I recently received an article sent to me by a colleague concerning the state of the Pentecostal Church in South Africa. The title seemed intriguing, and I thought I would give it a read. I have seen the name of the author, Elle Hardy, in numerous articles in the past and thought I would read what she wrote. It seems like Elle has built quite a career that thrives on the messiness of the evangelical Church world. From Hillsong to Pentecostalism as a whole and authoring a book titled; “Beyond Belief How Pentecostal Christianity Is Taking Over the World” (which is on my reading list) I wondered what she will remark about in her outline. I have written an article that shows a similar concern a few years back that can be accessed by clicking on the following link.
To my surprise, there were opinions I wholeheartedly agree with, and I share a genuine concern for what the article is trying to address. There are just a few things that we need to put in perspective as look at what was written. The article can be accessed here.
I was please that the author recognized, like many concerned Pentecostals, that there have been “extreme practices” and that this was only limited to “a group of young preachers.” I would agree that this is so, and unfortunately, there have been a few people found in the swoon of these gimmicks. I would also agree that this was “a uniquely modern, extreme, South African expression of Pentecostal Christianity.” In the very next statement, the author cautions us that Pentecostal Christianity “is… the fastest growing religion on earth.” The article assumed correctly that this is not the general expression of the faith nor are these practices normative in the Pentecostal tradition. And yes, Christianity is growing in Africa.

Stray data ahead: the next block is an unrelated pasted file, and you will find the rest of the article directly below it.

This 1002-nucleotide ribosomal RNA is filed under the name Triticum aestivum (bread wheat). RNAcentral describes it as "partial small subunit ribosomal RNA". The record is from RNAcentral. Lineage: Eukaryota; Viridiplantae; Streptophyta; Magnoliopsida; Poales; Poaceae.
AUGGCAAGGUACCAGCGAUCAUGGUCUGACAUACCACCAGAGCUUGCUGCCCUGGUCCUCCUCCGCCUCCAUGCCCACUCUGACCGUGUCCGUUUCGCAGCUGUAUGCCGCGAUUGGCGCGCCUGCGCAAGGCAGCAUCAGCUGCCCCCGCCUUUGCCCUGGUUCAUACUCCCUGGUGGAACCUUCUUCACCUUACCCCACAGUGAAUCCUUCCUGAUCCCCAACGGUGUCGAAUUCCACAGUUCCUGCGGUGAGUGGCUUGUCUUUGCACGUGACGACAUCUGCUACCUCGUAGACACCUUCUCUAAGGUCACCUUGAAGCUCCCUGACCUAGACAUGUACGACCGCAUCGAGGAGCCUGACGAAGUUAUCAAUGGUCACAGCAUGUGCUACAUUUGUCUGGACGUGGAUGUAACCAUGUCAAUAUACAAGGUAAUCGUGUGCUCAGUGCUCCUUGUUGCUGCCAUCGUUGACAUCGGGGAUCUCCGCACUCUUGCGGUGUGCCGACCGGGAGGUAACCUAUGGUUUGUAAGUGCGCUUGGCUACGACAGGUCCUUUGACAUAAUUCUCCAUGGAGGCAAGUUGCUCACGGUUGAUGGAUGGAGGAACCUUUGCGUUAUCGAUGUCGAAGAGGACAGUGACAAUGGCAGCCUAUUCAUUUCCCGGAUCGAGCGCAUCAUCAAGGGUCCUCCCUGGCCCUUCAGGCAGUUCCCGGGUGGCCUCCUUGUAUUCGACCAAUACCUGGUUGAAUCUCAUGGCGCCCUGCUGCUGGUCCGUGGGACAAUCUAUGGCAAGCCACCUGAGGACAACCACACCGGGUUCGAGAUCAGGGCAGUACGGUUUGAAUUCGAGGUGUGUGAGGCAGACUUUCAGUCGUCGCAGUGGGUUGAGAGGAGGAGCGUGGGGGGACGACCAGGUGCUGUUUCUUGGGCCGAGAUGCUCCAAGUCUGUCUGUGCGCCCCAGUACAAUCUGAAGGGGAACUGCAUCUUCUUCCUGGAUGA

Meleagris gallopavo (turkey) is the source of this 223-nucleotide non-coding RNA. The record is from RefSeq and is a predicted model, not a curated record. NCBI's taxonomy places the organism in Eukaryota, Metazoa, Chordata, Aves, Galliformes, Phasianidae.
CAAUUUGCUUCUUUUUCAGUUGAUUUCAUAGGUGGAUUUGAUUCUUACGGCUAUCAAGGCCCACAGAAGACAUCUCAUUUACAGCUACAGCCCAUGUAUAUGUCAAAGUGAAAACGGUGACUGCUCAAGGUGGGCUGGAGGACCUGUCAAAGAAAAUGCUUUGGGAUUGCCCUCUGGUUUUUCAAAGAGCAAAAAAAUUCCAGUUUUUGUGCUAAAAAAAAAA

The author then changes gears and says that this “new Pentecostalism” is assumed to be the faith of the World’s working poor. How does she know that? There is no empirical data given that backs this statement up. In fact, research has shown that “Christianity is not totally involved in the fundamental human needs of the community” in South Africa writes Balthazar N. Yenga. In sub-Saharan Africa, it falls predominantly on the government to provide some relief to the poorest of the poor. I do know of numerous Pentecostal Churches that are deeply involved in social upliftment and working amongst the poorest of the poor. But the assumption is created in this article that the motivation and driving force behind all of Pentecostalism seems to be greed.
The author then seems to jump to the rest of Pentecostalism cautioning that “by 2050, a billion people — or one in ten of us — will be inside the tent.” There is no doubt that Pentecostal Christianity will grow, especially in Africa, but that does not mean that that which the author pointed out as a fringe anomaly will become the norm in the greater whole. Neither are there any conclusive facts given that this will be the overall temperament of the Pentecostalism of the future. This is merely speculative. Another leap is then made when the author suggests that “the prosperity gospel is an uncomfortable answer to a world that worships money every day, only usually without all of the ceremony. It becomes a fortification simultaneously against and within the material world.” I think a better question would have been to ask if Pentecostalism is synonymous with the prosperity gospel? The fact is that all Churches preach on finances as it is part of the human experience.
I know of a Church that aims to teach its congregants how to be financially wise. The Bible is a book that is deeply concerned with your financial well-being, not because it is a sham, but because we live in a world that is governed by a financial system. The problem is that speaking about good financial practices has become synonymous with preaching a prosperity Gospel. This is simply false, but I do believe that any Church must aim to equip its congregants to be wise stewards and cheerful givers not just for the Church’s sake, but for the people’s sake! I am also not sure what the religious persuasion of the author is, but it should be noted that religious belief, in general, seems to exert an overall positive influence on communities, especially in encouraged communities. “Religions… can sometimes play an important role in the lives of poor people to help them understand themselves and interpret the world around them, their social and economic position, and their immediate society” writes Gottfried Schweiger. The author even agrees that there are some positives that come from Pentecostal communities that seem to be evident. She writes;